Attendance Matters: TASD Places Emphasis on School Attendance


Todd Cammarata

The American Eagle Paper Mill is one of the many businesses that indicate that good attendance is one thing they are looking for in new employees. Here former Tyrone superintendent Cathy Harlow (second from left), teacher math teacher Chris Shedd, acting Superintendent Lesile Estep, and business teacher Angela Kline discuss the paper making process.

For many Tyrone High School teachers and administrators the importance of school attendance came into clear focus last year when, as part of a grant project, they visited local businesses and spoke with employers about what they look for in new employees.

Teachers were surprised that over and over, the issue of attendance, not academics, communication skills, or critical thinking, came up as the biggest challenge for young employees and their employers.

Employers want students to know that attendance matters. If students aren’t in school they’re not reaping the benefits of school

— Acting Superintendent Leslie Estep

“Employers want students to know that attendance matters,” said Tyrone Area School District Acting Superintendent Leslie Estep. “If students aren’t in school they’re not reaping the benefits of school.”

They are also not building the habit of good attendance that they will need to be successful in the workplace.

Officials from American Eagle Paper, Kunzler Meats, Gardner’s Candies, and DelGrosso’s Park all highlighted employee attendance as one of their biggest challenges.

There is a lot of evidence that attendance habits that are made in school move with students throughout their work lives.

As early as sixth grade, studies show that school attendance is a better predictor of graduation than test scores. Studies have also shown that students who miss 10% of the school year or more are much less likely to succeed academically, are more likely to be suspended, and more likely to drop out.

As a result, Tyrone Area High School is focusing heavily on attendance this year with a new “Attendance Matters” campaign and several policy changes in the student handbook to require better student attendance.

One of the major changes to policy is that students may miss a maximum of fifteen days of school. This is down from the previous policy that allowed 25 absences before students would lose academic credit.  Absences can be excused through parents/guardian notes, medical excuses, or they can be unlawful/unexcused. All absences after twelve days will need a physician’s excuse.

Some other notable changes are that students are now only permitted to take five days off for family educational trips, and excuses must be turned in within three days or else they will be unlawful/unexcused. If students miss ten consecutive days they will be taken off of active student roles unless they can provide evidence that the absences are legal.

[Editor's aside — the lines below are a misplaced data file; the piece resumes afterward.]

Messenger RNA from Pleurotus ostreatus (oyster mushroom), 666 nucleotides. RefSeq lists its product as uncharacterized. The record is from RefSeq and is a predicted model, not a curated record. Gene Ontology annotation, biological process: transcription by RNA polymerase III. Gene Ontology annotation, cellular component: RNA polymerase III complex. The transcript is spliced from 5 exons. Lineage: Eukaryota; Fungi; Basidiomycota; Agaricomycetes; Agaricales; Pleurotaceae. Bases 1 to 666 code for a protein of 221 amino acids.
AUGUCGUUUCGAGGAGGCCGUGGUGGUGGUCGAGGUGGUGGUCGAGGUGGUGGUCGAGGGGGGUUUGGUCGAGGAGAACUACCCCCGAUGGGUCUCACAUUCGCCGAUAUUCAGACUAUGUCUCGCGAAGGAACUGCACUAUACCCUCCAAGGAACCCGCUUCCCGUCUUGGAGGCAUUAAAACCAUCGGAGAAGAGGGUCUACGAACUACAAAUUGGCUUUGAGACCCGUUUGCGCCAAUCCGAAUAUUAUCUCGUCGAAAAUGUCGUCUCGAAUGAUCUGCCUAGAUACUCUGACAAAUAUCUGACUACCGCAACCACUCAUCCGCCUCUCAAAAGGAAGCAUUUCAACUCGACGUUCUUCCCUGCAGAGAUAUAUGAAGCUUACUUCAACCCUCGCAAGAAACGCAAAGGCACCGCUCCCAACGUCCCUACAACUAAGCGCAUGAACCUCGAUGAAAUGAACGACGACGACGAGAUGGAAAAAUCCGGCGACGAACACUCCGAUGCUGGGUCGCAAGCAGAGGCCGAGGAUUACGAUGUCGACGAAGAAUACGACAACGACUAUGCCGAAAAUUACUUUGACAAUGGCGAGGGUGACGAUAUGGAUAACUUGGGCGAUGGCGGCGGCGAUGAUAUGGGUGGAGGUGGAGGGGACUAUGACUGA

These changes will not impact most students, but it will be a big change for a significant minority of students who have had previous attendance problems.

“Some students will really have to tighten their belt,” said Tyrone Area School District Social Worker Molly Stroup.

According to Stroup, chronic absenteeism is any student who misses 18 days or more, or 10% of the school year.

“That comes down to just two days per month,” said Stroup.

The effort to improve attendance is not just happening in Tyrone. The district is partnering with the Blair County Healthy Coalition, the Blair County United Way and the Blair County Attendance Task Force to focus attention on improved attendance, a top priority for all districts in the county this year.

I believe that this change to the student handbook is great because it will help us later in life when we are trying to hold a steady job

— Senior Chris Wilkins

The county-wide “Be There” attendance campaign will run throughout the school year. The campaign includes announcements, phone calls, and motivational posters. These describe the benefits of good attendance and its connection to employer expectations.

One thing that the administration wants students and parents to understand is that if a student is sick they should not come to school.

“We’re not telling parents to send your kids when they have a 104° fever,” said Stroup.

However, if it is a student’s birthday or they are going to an activity that is not school related, they should not miss school. All of these reasons could lead to a student developing chronic absenteeism.

The student reaction to this change is generally impartial because most students do not fall into category of chronically absent. Some students think that this change is a positive thing for the school.

“I believe that this change to the student handbook is great because it will help us later in life when we are trying to hold a steady job,” said senior Chris Wilkins.